This document has endorsed on its cover over the signature of Judge Horace Stern the following:

"3/25/30

The Defendants being arraigned, plead and stand mute. Dist. Atty. Sim et issue. By direction of the Court plea of not guilty entered.

3/31/30

Defendants withdraw their pleas of Not Guilty. Plead nolo contendere and adjudged guilty both. And sentence as to Monaghan to not less than six years, nor more than fifteen years E.P. As to Steelman to not less than five years, nor more than ten years E.P.

By the Court

/s/ Horace Stern J."*fn4

In the hearing before the district court, the relator testified that he had pleaded nolo contendere on Bill of Indictment No. 1212 to "assault and battery, being armed with an offensive weapon." To corroborate this testimony, relator introduced a report made in 1932 by an investigator for the Board of Pardons. This report is in accord with the relator's recollection and with the docket entries. Appearing before the district court, the investigator identified the report in evidence as the one he had made. We note that it is highly unlikely that the investigator made an exhaustive check, for he apparently failed even to look at the Bill of Indictment. It is the most logical inference that the investigator consulted only the docket entries and that these provided the basis for his report. Relator contends that notes of testimony were taken, which would corroborate his testimony. If such ever existed, it is clear that they are no longer in existence, and it is hardly our province to engage in idle speculation as to what those notes might reveal.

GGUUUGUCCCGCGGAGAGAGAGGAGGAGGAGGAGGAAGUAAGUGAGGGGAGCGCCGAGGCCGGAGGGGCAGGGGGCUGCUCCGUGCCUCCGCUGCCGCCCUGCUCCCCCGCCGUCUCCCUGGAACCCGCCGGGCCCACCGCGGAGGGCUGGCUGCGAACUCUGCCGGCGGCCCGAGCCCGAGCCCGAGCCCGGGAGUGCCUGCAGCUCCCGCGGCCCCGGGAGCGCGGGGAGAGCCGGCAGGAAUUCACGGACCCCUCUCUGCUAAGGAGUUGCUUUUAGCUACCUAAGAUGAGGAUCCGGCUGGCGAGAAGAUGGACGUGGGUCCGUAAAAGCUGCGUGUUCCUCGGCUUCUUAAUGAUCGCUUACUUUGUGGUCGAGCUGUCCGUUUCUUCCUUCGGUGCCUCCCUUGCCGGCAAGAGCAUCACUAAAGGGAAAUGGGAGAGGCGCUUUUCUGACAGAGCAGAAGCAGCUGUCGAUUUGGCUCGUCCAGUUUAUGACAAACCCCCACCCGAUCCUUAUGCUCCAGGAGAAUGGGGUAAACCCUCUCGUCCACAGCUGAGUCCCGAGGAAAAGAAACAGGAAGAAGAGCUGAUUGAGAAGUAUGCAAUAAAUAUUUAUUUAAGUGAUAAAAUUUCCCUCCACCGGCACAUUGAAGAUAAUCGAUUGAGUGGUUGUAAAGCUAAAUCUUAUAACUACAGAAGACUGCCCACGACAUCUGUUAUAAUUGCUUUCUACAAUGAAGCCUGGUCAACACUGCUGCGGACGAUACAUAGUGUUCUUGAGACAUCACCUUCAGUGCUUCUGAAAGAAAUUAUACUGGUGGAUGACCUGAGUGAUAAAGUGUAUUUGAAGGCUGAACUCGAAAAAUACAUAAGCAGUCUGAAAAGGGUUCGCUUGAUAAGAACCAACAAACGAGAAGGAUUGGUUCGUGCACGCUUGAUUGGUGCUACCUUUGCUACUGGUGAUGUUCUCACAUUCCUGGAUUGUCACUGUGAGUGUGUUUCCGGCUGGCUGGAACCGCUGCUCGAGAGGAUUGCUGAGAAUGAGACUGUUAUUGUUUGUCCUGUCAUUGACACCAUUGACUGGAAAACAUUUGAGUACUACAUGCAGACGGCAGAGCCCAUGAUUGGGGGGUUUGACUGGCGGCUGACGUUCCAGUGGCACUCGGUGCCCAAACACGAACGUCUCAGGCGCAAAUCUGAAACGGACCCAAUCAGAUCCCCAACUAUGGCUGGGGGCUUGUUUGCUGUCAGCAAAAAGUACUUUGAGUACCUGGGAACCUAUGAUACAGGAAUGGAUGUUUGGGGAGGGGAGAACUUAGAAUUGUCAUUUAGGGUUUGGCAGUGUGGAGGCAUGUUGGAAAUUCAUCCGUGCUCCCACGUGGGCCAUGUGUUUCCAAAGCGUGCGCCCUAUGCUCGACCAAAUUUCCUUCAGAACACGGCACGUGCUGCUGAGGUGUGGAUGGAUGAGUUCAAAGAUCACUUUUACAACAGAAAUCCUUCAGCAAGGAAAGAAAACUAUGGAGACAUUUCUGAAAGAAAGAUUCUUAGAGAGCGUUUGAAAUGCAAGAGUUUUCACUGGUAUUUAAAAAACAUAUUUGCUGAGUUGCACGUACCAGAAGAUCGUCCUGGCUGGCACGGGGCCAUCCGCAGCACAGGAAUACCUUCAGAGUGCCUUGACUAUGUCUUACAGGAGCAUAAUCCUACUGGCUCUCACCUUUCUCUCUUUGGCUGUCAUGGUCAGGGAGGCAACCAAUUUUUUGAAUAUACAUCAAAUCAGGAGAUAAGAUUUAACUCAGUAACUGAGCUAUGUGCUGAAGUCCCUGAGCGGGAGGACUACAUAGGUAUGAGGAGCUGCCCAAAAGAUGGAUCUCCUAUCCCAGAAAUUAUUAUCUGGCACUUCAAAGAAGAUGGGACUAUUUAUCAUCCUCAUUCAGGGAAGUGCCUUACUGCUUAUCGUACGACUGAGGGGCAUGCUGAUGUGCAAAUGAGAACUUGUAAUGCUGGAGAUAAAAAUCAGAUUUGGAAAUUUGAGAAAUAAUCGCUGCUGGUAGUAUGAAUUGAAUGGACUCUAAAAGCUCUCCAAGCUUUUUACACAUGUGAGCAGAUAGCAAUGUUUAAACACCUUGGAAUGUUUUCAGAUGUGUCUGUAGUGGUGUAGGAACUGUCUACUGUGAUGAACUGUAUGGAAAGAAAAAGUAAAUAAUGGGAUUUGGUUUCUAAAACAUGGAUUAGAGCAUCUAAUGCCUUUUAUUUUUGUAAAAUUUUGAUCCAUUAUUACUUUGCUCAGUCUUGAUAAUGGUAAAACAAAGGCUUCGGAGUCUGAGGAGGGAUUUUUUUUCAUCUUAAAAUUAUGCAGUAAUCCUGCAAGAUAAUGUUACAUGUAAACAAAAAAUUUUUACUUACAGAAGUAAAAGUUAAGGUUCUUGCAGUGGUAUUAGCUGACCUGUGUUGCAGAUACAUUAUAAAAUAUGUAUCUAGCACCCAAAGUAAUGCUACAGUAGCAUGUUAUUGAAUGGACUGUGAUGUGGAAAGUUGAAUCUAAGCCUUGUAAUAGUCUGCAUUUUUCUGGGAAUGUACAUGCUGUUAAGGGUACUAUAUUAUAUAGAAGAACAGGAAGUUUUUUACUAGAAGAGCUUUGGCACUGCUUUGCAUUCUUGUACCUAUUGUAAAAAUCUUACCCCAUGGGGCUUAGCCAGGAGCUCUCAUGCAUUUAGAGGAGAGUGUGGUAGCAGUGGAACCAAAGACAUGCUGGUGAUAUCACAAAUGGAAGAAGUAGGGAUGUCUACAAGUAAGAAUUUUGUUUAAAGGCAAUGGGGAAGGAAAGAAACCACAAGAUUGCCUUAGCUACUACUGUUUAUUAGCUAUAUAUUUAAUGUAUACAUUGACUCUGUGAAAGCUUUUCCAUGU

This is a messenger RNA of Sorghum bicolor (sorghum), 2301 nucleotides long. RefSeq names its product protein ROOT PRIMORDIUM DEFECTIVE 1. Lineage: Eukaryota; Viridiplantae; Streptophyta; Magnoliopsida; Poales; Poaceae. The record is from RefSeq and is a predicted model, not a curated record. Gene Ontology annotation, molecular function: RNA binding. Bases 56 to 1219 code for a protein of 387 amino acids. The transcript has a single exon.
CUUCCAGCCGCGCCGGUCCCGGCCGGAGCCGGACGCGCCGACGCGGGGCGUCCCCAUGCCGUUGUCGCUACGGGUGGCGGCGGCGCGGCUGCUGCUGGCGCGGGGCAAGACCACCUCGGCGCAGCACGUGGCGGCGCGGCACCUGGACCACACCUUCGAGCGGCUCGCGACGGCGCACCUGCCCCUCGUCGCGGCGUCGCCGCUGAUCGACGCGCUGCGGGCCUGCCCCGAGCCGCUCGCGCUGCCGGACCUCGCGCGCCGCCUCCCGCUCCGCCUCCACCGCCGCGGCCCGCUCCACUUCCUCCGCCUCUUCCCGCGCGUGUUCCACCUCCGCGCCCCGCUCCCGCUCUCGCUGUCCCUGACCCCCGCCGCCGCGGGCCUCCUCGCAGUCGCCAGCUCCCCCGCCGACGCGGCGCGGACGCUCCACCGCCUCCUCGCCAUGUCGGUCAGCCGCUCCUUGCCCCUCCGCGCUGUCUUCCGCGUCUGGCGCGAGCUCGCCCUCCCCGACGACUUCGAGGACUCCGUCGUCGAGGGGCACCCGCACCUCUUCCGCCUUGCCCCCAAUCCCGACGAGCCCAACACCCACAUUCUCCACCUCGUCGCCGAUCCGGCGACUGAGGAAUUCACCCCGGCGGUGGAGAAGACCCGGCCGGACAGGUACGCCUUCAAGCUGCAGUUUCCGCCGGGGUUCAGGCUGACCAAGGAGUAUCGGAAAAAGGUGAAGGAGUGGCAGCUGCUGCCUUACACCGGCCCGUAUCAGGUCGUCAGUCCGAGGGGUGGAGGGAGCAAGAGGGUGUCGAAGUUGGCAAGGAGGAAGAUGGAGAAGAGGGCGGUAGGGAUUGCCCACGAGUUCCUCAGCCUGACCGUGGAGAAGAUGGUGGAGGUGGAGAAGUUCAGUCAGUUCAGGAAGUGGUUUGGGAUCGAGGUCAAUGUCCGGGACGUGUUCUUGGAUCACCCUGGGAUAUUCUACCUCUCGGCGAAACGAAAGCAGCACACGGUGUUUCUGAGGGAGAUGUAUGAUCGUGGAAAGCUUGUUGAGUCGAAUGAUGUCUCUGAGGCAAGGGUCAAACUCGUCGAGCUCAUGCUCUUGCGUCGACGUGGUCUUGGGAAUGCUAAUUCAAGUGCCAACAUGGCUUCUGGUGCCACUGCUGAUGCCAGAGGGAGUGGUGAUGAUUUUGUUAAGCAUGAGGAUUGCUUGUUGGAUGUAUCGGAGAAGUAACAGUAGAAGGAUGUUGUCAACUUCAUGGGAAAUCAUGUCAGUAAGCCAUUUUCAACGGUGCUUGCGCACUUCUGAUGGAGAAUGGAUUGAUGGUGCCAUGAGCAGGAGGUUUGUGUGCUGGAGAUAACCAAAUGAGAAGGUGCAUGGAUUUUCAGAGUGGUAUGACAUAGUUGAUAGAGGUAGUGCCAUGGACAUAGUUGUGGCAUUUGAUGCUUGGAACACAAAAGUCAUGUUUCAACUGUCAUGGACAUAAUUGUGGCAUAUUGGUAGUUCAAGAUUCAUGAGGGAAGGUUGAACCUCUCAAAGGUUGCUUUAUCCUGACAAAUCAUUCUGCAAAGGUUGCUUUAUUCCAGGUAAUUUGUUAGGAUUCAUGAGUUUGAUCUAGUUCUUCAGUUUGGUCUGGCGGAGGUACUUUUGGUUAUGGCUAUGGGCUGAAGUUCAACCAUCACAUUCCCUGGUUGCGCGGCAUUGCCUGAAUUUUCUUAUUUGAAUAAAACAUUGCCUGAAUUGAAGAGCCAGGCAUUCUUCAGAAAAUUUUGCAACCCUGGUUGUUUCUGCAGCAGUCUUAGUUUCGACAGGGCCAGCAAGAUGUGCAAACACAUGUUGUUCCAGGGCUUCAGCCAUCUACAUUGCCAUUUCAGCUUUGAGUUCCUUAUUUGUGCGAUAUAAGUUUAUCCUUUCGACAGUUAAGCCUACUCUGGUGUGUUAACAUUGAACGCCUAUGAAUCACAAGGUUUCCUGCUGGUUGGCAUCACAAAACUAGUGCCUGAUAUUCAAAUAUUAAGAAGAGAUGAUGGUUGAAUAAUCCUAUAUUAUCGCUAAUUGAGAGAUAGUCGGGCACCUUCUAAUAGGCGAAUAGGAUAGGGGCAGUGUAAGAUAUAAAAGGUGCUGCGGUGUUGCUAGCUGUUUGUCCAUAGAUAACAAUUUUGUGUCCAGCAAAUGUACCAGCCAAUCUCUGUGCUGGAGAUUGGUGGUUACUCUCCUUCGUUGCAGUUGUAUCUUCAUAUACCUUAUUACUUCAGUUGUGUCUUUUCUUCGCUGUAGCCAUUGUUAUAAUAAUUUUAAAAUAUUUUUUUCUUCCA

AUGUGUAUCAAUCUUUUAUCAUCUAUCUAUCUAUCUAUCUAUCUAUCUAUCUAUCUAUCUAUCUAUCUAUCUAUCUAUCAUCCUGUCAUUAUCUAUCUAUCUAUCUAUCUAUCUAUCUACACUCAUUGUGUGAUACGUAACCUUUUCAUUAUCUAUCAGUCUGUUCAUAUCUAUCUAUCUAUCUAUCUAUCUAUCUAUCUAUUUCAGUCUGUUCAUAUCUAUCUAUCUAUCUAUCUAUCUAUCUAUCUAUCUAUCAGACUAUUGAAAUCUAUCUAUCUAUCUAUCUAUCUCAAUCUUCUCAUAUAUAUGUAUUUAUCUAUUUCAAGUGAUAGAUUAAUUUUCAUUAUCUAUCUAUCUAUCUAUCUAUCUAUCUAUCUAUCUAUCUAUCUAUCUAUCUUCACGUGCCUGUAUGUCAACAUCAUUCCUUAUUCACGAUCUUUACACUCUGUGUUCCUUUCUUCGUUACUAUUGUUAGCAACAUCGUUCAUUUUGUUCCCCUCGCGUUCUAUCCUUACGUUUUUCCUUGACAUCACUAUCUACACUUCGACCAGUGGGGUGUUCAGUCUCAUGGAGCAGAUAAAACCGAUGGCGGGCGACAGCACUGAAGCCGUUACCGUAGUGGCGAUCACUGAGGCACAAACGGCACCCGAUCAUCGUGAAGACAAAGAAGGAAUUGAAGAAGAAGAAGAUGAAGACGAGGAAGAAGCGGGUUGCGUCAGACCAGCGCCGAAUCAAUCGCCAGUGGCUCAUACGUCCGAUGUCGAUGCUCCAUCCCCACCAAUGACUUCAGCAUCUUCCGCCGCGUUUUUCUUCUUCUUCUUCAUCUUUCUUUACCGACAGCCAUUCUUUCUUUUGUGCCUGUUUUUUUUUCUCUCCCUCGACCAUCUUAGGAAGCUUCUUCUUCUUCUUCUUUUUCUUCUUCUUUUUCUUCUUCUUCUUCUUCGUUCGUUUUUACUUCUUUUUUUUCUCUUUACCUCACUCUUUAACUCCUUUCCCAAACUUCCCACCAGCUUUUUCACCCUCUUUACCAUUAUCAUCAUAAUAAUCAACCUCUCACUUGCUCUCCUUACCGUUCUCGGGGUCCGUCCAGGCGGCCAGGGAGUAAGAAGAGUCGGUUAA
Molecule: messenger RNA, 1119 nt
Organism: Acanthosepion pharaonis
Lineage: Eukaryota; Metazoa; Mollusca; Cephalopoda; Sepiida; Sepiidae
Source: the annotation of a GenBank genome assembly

The Supreme Court has set forth the rule that a writ of habeas corpus searches the record back of the commitment. The writ places "a duty on the court to explore the foundations, and pronounce them false or true." Hill v. U.S. ex rel. Wampler, 1936, 298 U.S. 460, 467, 56 S. Ct. 760, 763, 80 L. Ed. 1283. The Commonwealth admits, however, that the statement in the commitment is erroneous. If appellant pleaded guilty to the counts set forth in the body of the indictment, then the sentence was perfectly lawful.*fn5 If, however, the docket entries are correct, appellant's sentence was excessive under Pennsylvania law and he has been unlawfully detained. Our problem then is the narrow one of what constitutes the record of this proceeding. No Pennsylvania case apparently answers that question squarely. We are convinced, however, that the Bill of Indictment with its endorsements is the primary record in the 1930 proceeding. The arraignment, the plea, the judgment, and the sentence are all endorsed on the cover of the indictment and subscribed to by the trial judge, thus comprising a complete record of the proceeding. The docket entries are only a secondary record, for the endorsements of the indictment are later transcribed on the docket. It is clear that the district court was of the opinion that the strong presumption in favor of regularity and accuracy of the record had not been overcome. See Commonwealth ex rel. Spencer v. Ashe, 1950, 364 Pa. 442, 444, 71 A.2d 799, 800. The docket entries and the recollection of the appellant raised an issue of fact which the court resolved against him. The very fact that there is no offense in Pennsylvania known as "assault and battery, being armed with an offensive weapon" adds strong reinforcement to this conclusion.

The judgment of the district court will be affirmed.